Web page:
It's all relative

2019 St Pete Grand Prix 5k

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Location:

FL,United States

Member Since:

Feb 08, 2015

Gender:

Male

Goal Type:

Other

Running Accomplishments:

Certified course PR's:

Mile: 4:38.0 (Florida, May 2015)

5K: 15:33 (Florida, Jan. 2019)

10K: 34:31 (Florida, Sept. 2015)

15K: 50:07 (Florida, Feb. 2017)

1/2 Marathon: 1:12:33 (Florida, Feb. 2017)

Marathon: 2:26:57 (Washington, July 2019)

100k (63.3 miles, trail): 9:11:00 (Florida, Jan. 2019)

Personal:

I started running in 2010 and have (mostly) kept it a habit ever since!  

Miles:This week: 54.80 Month: 202.80 Year: 3001.27
Race: 2019 St Pete Grand Prix 5k (3.05 Miles) 00:14:58, Place overall: 1, Place in age division: 1
Slow milesFast milesTotal Distance
6.953.0510.00

St Pete Grand Prix 5k

Goal time (aided): 15:00

Final time (aided): 14:58

Course: The course itself is awesome! However, the course is notorious for being short.  Tons of twists and turns (it is a race car track set up in St Pete) all fenced in with barriers, road blocks, and the course starts and finishes on the beautiful waterfront of St Pete.  I have spoken to the race director a couple of times who assured me it was 5k, but she is definitely not correct.  I'd give it a max of 3.07, but more likely 3.04-3.05.  It is frustrating when race directors aren't even close to accurate- 100-110 meters makes a big difference in a race only 5k long.  It is even more frustrating when they call it a "5k".  I guess "4.9k" doesn't have the same ring to it.

Race- I went out on fire with nothing to lose- short course, C race, no tapering, knowing I wanted every mile under 5 minutes.  After about 10 seconds, a twenty-year-old ran out ahead of me- now, we're in business.  He had runner shorts, a tank top, head band- he had the look!  He ran the first quarter in 1:10, and the second quarter in 1:12.  Wow, 2:22 for the first 800!  I couldn't help it, I fell right into the speed trap about two steps behind him, but knew I had more.  I was confident that this gentleman was in for rude awakening based on his breathing pattern, but who knows, I've been wrong before!  We rolled through mile 1 in 4:49 and he was about 1-2 seconds ahead- way too fast, but, whatever, I was enjoying the challenge.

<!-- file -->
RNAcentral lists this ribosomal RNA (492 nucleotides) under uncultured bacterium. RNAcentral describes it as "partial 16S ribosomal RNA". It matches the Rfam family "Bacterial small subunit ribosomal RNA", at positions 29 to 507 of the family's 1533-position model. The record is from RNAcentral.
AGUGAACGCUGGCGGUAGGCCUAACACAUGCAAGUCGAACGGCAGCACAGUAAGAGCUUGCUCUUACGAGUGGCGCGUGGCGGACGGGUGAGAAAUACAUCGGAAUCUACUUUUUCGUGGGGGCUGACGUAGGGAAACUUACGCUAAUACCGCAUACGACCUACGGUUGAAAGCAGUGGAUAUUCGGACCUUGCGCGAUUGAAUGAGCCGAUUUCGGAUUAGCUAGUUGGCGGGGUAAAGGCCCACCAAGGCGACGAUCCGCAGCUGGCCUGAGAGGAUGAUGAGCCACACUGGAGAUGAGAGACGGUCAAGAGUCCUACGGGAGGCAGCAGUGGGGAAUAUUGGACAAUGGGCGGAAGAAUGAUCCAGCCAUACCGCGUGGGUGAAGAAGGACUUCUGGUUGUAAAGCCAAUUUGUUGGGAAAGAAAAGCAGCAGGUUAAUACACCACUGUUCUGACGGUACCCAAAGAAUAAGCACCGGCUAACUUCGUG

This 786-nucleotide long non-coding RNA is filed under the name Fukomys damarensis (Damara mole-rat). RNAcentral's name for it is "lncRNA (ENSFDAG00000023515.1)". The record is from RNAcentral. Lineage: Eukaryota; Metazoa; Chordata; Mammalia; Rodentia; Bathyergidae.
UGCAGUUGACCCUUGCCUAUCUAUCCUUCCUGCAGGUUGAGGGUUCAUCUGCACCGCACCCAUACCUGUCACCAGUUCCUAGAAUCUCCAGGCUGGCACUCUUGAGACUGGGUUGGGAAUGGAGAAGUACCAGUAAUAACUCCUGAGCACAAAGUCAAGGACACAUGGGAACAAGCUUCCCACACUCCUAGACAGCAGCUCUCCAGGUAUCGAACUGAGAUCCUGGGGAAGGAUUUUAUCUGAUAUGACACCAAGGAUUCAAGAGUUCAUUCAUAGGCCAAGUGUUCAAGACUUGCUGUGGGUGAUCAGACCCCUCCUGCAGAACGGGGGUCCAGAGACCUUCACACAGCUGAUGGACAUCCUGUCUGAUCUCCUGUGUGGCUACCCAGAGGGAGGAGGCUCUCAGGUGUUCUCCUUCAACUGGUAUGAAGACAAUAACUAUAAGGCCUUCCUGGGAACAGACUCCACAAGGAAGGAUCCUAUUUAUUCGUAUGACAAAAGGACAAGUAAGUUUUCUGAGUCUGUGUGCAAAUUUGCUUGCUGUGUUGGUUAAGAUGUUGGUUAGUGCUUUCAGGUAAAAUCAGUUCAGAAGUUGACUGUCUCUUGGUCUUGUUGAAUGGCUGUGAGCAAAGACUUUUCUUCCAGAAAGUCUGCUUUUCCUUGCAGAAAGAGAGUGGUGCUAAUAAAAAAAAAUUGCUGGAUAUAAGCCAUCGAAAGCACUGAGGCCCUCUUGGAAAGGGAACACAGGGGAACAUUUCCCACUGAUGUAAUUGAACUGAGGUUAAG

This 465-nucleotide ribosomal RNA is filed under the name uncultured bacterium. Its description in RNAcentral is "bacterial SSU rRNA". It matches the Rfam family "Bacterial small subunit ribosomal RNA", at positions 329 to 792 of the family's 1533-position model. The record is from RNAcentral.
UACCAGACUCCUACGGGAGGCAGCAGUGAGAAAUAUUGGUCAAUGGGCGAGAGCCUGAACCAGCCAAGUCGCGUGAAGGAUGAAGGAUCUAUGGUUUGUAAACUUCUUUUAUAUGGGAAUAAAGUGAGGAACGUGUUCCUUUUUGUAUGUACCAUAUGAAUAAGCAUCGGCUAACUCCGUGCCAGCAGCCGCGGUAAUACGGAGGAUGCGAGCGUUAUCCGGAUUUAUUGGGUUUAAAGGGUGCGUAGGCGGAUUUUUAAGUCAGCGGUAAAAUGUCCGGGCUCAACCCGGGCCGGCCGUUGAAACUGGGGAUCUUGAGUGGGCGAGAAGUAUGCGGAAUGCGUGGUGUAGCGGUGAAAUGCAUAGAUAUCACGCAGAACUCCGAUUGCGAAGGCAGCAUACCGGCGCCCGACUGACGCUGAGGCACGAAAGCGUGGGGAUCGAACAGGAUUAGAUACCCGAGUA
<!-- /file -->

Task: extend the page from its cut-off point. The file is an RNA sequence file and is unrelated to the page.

Mile 2- I passed him right about here.  Oh man was trying to hang on, but I kept it fast.  I rolled through the next half mile in 2:25 and entered the first 180 degree U-turn in pit row.  He was definitely faltering here- about 15 seconds back- so I tried to relax a little, moving through mile two in 4:54.  I knew I was about to pay the price, but forget it, it was worth it... at the time.

Mile 3- This mile was cool, although I was feeling the fitness falter, especially running solo again.  The pit crews, family, car riders, etc. were all watching/drinking/talking trash while outside the fences, so that was motivating.  The frequent turns were a pain- I can't even imagine having to do that in a machine capable of such high speeds.  5:01 overall for this mile.  

The finish: I glided through with 14:58 on the clock and still had energy left, which is always a cool feeling in a 5k- I'm usually beat.  I finished with a 4:55 per mile average overall, and a 4:49-4:50/mile average is needed to break 15:00, so again- bogus course.  The guy who had been running with me finished in 15:57 or so.

Final thoughts: I had 3.06 for the distance on my watch, but I didn't care- I knew the type of race I was getting into, so I wasn't angry.  It was worth it to see "14:xx" on the clock down the last straight.  The weather turns pretty poor from here on out in Florida, but I may take another stab at a couple of races before Boston, however my main focus will be the marathon, so it will just be a no tapering scenario for them.  

I think on this day (had the course been long enough) it would have been interesting to see what I would have done if the course was certified.  Alas, it was not, so all I've got is a fun story that I hopefully won't embellish with time!  

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